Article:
In what many describe as the age of electronic communications, we can now use our iPhones to transfer money from our bank account, submit our tax returns from our sofa using a laptop and do our weekly shop from our work on a PC.
However, there are still many things we have to do, that involve physical interaction and many documents that require a written signature. This is why the little-known profession of ‘notary public’ exists and firms such as Vanner Perez Notaries assist a range of customers from all walks of life on a daily basis.
Think, for instance, of a contract to purchase a new house or an agreement for the distribution of a couple’s assets following a divorce. Advances are being made in the development of e-signature systems but, even though digital signatures are becoming more common, we are still quite far from seeing the disappearance of the traditional signature.
On many occasions, not only your signature but also your physical presence is a requirement. This is even more common in some foreign countries. If you live in London, you can sign a sale agreement at home with your neighbour as a witness, but buying a property in many European countries, such as France, Italy or Spain, involves attending the offices of a specific type of lawyer (a ‘notary’) in person and signing the documents in the notary’s presence.
But what happens if you have been to Spain, agreed to buy the villa of your dreams, and when the time comes to sign the contract, you cannot take time off work to travel to Spain for the signing? And what if you want to sell some land in France that you have inherited and do not want to spend money travelling to France just to visit the French notary’s office?
In these circumstances, many people grant a power of attorney.
A power of attorney is a document which allows you to appoint someone else (your ‘attorney’) to represent you and do things on your behalf, including the signing of legal documents. An attorney does not necessarily have to be a lawyer – many people appoint a relative or a friend. You can choose the extent of the authority that you want to delegate to your attorney, which can be very wide, or restricted to specific transactions. Certain things are so personal they cannot be delegated to an attorney (e.g. signing your will, casting your vote in a general election or taking your driving test). But many things, including the signing of a property purchase, can be done through someone acting on your behalf under the authority granted by means of a power of attorney.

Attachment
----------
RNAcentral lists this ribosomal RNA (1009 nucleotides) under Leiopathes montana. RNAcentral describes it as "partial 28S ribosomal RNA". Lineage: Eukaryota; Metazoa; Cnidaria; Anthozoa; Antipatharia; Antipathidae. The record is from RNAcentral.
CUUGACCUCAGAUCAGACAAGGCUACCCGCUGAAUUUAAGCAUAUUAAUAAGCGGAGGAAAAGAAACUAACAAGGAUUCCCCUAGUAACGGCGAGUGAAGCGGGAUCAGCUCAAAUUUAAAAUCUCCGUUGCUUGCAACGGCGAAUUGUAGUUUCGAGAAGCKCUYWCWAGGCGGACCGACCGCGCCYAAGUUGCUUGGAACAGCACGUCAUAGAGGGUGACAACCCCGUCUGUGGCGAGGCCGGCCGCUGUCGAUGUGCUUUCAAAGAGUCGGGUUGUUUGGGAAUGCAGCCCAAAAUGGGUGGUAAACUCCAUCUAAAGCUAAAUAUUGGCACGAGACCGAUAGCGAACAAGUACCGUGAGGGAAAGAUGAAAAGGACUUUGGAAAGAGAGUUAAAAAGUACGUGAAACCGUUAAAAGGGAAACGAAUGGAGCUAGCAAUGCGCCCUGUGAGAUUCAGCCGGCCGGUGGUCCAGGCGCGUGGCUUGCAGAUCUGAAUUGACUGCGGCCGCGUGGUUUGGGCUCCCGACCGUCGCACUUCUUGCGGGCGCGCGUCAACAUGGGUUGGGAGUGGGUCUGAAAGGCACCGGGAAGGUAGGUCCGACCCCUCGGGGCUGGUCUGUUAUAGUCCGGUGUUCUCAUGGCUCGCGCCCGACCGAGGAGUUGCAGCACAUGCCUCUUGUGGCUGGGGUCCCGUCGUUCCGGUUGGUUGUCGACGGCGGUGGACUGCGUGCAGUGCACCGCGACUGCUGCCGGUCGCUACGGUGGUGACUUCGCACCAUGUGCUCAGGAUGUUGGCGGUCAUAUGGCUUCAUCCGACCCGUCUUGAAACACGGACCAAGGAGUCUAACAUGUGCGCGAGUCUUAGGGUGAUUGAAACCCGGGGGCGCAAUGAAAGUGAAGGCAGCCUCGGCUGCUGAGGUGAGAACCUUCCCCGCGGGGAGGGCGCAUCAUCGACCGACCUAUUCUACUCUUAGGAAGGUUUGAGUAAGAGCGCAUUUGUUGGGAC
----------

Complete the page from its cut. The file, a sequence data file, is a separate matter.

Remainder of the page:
Powers of attorney executed in England and Wales are regulated by the Powers of Attorney Act 1971. When a power of attorney is going to be used abroad, some additional formalities might be necessary in order to fulfil the expectations of the foreign authorities. One of the most common requirements in such cases is that the power of attorney is certified by a notary public. In order to do that, the person signing the power (the grantor) must normally meet in person with a notary public who will certify the identity and signature of the grantor, and make sure that the document is executed properly. The notary usually places his or her own signature and seal on the power of attorney, or on a certificate attached to it, and this acts as a confirmation – which the foreign authorities can rely on – that the document has been properly executed by the correct person.
Sometimes additional steps are required (for example, the power of attorney often needs to be ‘legalised’ by the Foreign Office and/or the relevant embassy before being sent to the foreign country). These are steps the notary public would normally able to help you with.
Next time you have dealings in the Costa del Sol but cannot afford to travel in person, you know there is another practical option: speak to a notary and consider giving a power of attorney.